How to enforce ethics in the workplace
Most companies aren't run by mustache-twirling villains who abuse customer data for the thrill of it. In practice, they take incrementally more unethical steps because of the siren song of profits or doing less work—and it's hard to combat those kinds of pressures with an ethics policy that's only a statement of principles without enforcement mechanisms.
One of the simplest methods of enforcing an ethics policy is to not make it profitable for individual employees behave unethically. For instance, Gordon College's Lowry suggests not paying a bonus to an employee who tries to monetize data in ways that violate policy.
But of course, for that to work, there needs to a way for those policy violations to come to light—something that's especially difficult if employees are faced with ethical violations being requested by people higher up in the company food chain. Katie Smith, the Chief Ethics and Compliance officer at ethics software company Convercent, talks about three major structures companies need to have in place in order to create what she calls a "speak-up culture":
- Start at the beginning. "New employees should start work with a clear understanding of how to report perceived violations of the company's code of ethics." Smith also notes that "it's impossible to report unethical behavior and perpetuate an ethical culture without knowledge of what is and is not off limits," which is why it's necessary to have a written ethics code that new hires are familiarized with right away.
- Keep the lines open. "Employees must feel safe and trust the process, and feel confident that organizational justice will occur," says Smith. "They need to know that the company wants to hear from them, and when they speak up, that their concern is heard, taken seriously, and action is taken. When it does come time to report unethical behavior, clearly delineated avenues for reporting must be in place to make this process as simple as possible. It is important to provide a variety of mechanisms to report a concern—phone, the web, anonymous SMS, chatbots, etc.— to meet the reporter where they are comfortable. If the process for reporting is complicated or unclear, those that are already hesitant to report or concerned about privacy and anonymity may refrain from doing so altogether." (Jonathan Briggs, Co-Founder and Academic Director at Hyper Island, who's run projects and courses on whistleblowing, specifically says that employees should have anonymous, digital access to boards and shareholders to report wrongdoing.)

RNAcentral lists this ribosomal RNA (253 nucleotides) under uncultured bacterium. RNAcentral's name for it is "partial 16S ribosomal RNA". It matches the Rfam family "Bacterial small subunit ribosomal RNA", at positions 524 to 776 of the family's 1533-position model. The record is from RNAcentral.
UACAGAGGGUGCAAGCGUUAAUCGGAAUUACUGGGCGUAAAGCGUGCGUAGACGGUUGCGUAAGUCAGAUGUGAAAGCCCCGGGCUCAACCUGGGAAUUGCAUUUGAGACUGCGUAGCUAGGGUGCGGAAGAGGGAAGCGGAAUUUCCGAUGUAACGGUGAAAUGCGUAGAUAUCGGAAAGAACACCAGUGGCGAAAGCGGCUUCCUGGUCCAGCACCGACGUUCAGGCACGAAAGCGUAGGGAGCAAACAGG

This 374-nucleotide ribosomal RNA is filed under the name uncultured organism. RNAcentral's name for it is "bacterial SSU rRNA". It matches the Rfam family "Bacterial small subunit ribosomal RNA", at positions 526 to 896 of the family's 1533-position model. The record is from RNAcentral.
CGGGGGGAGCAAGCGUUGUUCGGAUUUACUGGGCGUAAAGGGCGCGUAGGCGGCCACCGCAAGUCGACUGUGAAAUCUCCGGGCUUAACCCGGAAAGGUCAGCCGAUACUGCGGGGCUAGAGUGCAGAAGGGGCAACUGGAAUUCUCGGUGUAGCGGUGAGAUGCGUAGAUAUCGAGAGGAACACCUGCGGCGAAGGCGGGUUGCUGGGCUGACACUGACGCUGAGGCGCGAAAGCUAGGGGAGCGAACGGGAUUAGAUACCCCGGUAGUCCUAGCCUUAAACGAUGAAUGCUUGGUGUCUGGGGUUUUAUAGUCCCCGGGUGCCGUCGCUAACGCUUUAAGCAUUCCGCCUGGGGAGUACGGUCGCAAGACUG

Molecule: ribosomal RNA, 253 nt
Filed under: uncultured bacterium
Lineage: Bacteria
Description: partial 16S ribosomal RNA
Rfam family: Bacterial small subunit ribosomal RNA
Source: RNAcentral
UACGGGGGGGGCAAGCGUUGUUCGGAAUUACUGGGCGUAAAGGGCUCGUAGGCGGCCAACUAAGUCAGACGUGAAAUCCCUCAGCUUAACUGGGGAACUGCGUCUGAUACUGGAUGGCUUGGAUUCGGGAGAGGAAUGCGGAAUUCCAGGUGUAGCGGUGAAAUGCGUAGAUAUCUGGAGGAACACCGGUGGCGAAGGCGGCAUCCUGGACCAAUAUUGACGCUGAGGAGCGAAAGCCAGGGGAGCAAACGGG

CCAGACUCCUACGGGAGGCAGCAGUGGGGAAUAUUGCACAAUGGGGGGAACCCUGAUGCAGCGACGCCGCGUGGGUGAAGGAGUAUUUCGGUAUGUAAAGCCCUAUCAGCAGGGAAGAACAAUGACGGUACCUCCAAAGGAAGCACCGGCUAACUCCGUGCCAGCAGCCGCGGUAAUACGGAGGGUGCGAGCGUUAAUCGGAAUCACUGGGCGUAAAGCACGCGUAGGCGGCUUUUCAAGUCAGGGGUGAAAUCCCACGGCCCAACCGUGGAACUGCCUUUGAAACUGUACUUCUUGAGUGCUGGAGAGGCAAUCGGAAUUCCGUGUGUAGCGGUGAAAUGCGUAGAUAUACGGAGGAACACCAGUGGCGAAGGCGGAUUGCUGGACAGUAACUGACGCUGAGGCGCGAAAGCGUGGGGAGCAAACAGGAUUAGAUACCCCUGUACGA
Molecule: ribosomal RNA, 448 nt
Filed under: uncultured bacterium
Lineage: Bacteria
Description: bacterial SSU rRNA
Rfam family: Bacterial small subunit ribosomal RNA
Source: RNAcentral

- Keep whistleblowers safe. "Companies must have systems in place to protect employees against potential retaliation once they have reported a concern," says Smith. "Following up with reporters 30, 60, 120 days after an investigation closes, tracking a reporter's compensation and performance data to spot negative trends, and measuring anonymous reporting rates are ways to identify potential retaliation. Companies need to create a culture that prioritizes reporting and makes speaking up against unethical activity the clear expectation.
An impossible task?
In the end, though, no matter how many safeguards you build in, none of these policies will work unless the people at the top want them to. "For-profit companies are normally those that must attract private investors, who expect a return on their investment," says John Hooker, Professor of Business Ethics and Social Responsibility at the Tepper School of Business at Carnegie Mellon University. "Yet investors are human beings who are bound by ethical obligation like the rest of us. You can't 'convince' anyone to do the right thing just because it's right. It's like trying to convince someone that bachelors are unmarried. The right thing is, by definition, what you should do."
Dary Merckens, CTO of Gunner Technology, is somewhat cynical about convincing mega-corporations to do the right thing. "As much as Facebook and Google talk about ethics, it's mostly disingenuous because they know as publicly-traded companies, they have a fiduciary responsibility to increase shareholder wealth, and you don't do that by reigning in your products, making them less addictive, or by being more concerned about where and how your user data is being used," he says. "You do whatever it takes to make as much money as you can and never look back."
His own company is rolling out a digital media sharing app for private groups with a strict ethics policy baked into it. "More institutions need to put their collective feet down and say we won't play the game, we won't make our apps hyper-addictive, we won't sell our user data to the highest bidder," he says. "And then as users learn more about what these technologies are doing to them from companies that do play that game, they'll start looking for different solutions. So our hope is that companies whose foundational principle is to never compromise on producing ethical products, cost/profit/business considerations be damned, will be the ones left at the end of the day, successful enough and providing a lot of good for the world."